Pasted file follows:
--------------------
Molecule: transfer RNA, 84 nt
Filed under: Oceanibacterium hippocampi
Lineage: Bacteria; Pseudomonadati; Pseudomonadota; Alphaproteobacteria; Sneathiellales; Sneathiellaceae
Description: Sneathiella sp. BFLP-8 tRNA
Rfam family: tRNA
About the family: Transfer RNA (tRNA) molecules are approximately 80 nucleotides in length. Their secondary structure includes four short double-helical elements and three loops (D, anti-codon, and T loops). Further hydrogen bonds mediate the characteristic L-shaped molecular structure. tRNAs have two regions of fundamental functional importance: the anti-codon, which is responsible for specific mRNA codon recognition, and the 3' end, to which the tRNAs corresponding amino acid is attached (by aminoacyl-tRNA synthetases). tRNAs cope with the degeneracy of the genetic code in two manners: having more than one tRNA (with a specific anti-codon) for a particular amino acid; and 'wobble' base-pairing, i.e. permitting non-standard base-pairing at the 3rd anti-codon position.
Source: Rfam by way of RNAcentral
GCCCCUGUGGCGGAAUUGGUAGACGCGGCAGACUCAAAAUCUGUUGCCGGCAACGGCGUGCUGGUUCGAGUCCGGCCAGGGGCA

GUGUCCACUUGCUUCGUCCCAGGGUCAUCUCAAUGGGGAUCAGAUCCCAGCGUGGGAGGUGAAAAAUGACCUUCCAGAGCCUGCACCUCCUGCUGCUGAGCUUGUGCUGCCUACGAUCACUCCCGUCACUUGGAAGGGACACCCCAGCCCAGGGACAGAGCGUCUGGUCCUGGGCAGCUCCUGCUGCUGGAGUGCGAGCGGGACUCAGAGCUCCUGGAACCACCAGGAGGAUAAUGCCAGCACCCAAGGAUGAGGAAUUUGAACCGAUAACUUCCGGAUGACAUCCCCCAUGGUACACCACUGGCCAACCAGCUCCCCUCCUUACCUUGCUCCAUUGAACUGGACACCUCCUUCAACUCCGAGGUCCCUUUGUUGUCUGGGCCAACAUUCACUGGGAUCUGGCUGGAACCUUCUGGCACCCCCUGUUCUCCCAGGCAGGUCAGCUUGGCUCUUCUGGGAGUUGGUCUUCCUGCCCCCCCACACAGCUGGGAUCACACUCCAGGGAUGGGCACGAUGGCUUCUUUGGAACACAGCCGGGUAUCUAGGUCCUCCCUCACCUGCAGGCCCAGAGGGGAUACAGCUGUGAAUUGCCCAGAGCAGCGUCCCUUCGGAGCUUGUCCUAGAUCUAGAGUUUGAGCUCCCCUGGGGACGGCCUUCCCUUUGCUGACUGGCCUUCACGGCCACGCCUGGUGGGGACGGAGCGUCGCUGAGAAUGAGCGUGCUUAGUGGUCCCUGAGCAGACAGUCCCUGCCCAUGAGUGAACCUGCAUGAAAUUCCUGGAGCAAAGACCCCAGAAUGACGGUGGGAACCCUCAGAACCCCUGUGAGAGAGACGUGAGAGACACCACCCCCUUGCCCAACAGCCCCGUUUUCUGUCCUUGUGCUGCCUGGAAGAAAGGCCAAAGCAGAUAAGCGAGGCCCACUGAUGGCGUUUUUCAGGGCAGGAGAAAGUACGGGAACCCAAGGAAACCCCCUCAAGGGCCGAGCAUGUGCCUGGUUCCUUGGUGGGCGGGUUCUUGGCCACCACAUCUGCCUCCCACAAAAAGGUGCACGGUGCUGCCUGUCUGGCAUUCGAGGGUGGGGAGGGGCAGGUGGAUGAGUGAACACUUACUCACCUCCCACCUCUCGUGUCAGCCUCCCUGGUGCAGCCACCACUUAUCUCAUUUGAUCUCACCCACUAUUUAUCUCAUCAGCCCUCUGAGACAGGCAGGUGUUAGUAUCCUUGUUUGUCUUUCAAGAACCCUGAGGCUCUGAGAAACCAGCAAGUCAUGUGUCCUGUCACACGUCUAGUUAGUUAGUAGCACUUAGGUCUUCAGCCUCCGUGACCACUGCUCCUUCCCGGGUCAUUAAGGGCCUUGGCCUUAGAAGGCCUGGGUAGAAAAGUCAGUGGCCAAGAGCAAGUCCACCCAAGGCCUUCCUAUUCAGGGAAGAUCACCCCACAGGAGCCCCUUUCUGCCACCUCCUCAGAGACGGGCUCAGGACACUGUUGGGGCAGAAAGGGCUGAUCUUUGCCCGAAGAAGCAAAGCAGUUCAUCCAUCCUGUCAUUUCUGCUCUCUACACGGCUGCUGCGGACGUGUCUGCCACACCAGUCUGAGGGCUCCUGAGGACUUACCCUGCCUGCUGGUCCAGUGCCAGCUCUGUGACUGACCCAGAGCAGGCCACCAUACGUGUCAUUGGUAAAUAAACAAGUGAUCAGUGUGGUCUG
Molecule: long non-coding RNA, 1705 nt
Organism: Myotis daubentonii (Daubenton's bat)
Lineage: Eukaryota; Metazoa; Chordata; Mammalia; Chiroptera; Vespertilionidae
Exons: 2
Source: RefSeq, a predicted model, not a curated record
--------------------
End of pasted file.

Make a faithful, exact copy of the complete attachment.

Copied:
Molecule: transfer RNA, 84 nt
Filed under: Oceanibacterium hippocampi
Lineage: Bacteria; Pseudomonadati; Pseudomonadota; Alphaproteobacteria; Sneathiellales; Sneathiellaceae
Description: Sneathiella sp. BFLP-8 tRNA
Rfam family: tRNA
About the family: Transfer RNA (tRNA) molecules are approximately 80 nucleotides in length. Their secondary structure includes four short double-helical elements and three loops (D, anti-codon, and T loops). Further hydrogen bonds mediate the characteristic L-shaped molecular structure. tRNAs have two regions of fundamental functional importance: the anti-codon, which is responsible for specific mRNA codon recognition, and the 3' end, to which the tRNAs corresponding amino acid is attached (by aminoacyl-tRNA synthetases). tRNAs cope with the degeneracy of the genetic code in two manners: having more than one tRNA (with a specific anti-codon) for a particular amino acid; and 'wobble' base-pairing, i.e. permitting non-standard base-pairing at the 3rd anti-codon position.
Source: Rfam by way of RNAcentral
GCCCCUGUGGCGGAAUUGGUAGACGCGGCAGACUCAAAAUCUGUUGCCGGCAACGGCGUGCUGGUUCGAGUCCGGCCAGGGGCA

GUGUCCACUUGCUUCGUCCCAGGGUCAUCUCAAUGGGGAUCAGAUCCCAGCGUGGGAGGUGAAAAAUGACCUUCCAGAGCCUGCACCUCCUGCUGCUGAGCUUGUGCUGCCUACGAUCACUCCCGUCACUUGGAAGGGACACCCCAGCCCAGGGACAGAGCGUCUGGUCCUGGGCAGCUCCUGCUGCUGGAGUGCGAGCGGGACUCAGAGCUCCUGGAACCACCAGGAGGAUAAUGCCAGCACCCAAGGAUGAGGAAUUUGAACCGAUAACUUCCGGAUGACAUCCCCCAUGGUACACCACUGGCCAACCAGCUCCCCUCCUUACCUUGCUCCAUUGAACUGGACACCUCCUUCAACUCCGAGGUCCCUUUGUUGUCUGGGCCAACAUUCACUGGGAUCUGGCUGGAACCUUCUGGCACCCCCUGUUCUCCCAGGCAGGUCAGCUUGGCUCUUCUGGGAGUUGGUCUUCCUGCCCCCCCACACAGCUGGGAUCACACUCCAGGGAUGGGCACGAUGGCUUCUUUGGAACACAGCCGGGUAUCUAGGUCCUCCCUCACCUGCAGGCCCAGAGGGGAUACAGCUGUGAAUUGCCCAGAGCAGCGUCCCUUCGGAGCUUGUCCUAGAUCUAGAGUUUGAGCUCCCCUGGGGACGGCCUUCCCUUUGCUGACUGGCCUUCACGGCCACGCCUGGUGGGGACGGAGCGUCGCUGAGAAUGAGCGUGCUUAGUGGUCCCUGAGCAGACAGUCCCUGCCCAUGAGUGAACCUGCAUGAAAUUCCUGGAGCAAAGACCCCAGAAUGACGGUGGGAACCCUCAGAACCCCUGUGAGAGAGACGUGAGAGACACCACCCCCUUGCCCAACAGCCCCGUUUUCUGUCCUUGUGCUGCCUGGAAGAAAGGCCAAAGCAGAUAAGCGAGGCCCACUGAUGGCGUUUUUCAGGGCAGGAGAAAGUACGGGAACCCAAGGAAACCCCCUCAAGGGCCGAGCAUGUGCCUGGUUCCUUGGUGGGCGGGUUCUUGGCCACCACAUCUGCCUCCCACAAAAAGGUGCACGGUGCUGCCUGUCUGGCAUUCGAGGGUGGGGAGGGGCAGGUGGAUGAGUGAACACUUACUCACCUCCCACCUCUCGUGUCAGCCUCCCUGGUGCAGCCACCACUUAUCUCAUUUGAUCUCACCCACUAUUUAUCUCAUCAGCCCUCUGAGACAGGCAGGUGUUAGUAUCCUUGUUUGUCUUUCAAGAACCCUGAGGCUCUGAGAAACCAGCAAGUCAUGUGUCCUGUCACACGUCUAGUUAGUUAGUAGCACUUAGGUCUUCAGCCUCCGUGACCACUGCUCCUUCCCGGGUCAUUAAGGGCCUUGGCCUUAGAAGGCCUGGGUAGAAAAGUCAGUGGCCAAGAGCAAGUCCACCCAAGGCCUUCCUAUUCAGGGAAGAUCACCCCACAGGAGCCCCUUUCUGCCACCUCCUCAGAGACGGGCUCAGGACACUGUUGGGGCAGAAAGGGCUGAUCUUUGCCCGAAGAAGCAAAGCAGUUCAUCCAUCCUGUCAUUUCUGCUCUCUACACGGCUGCUGCGGACGUGUCUGCCACACCAGUCUGAGGGCUCCUGAGGACUUACCCUGCCUGCUGGUCCAGUGCCAGCUCUGUGACUGACCCAGAGCAGGCCACCAUACGUGUCAUUGGUAAAUAAACAAGUGAUCAGUGUGGUCUG
Molecule: long non-coding RNA, 1705 nt
Organism: Myotis daubentonii (Daubenton's bat)
Lineage: Eukaryota; Metazoa; Chordata; Mammalia; Chiroptera; Vespertilionidae
Exons: 2
Source: RefSeq, a predicted model, not a curated record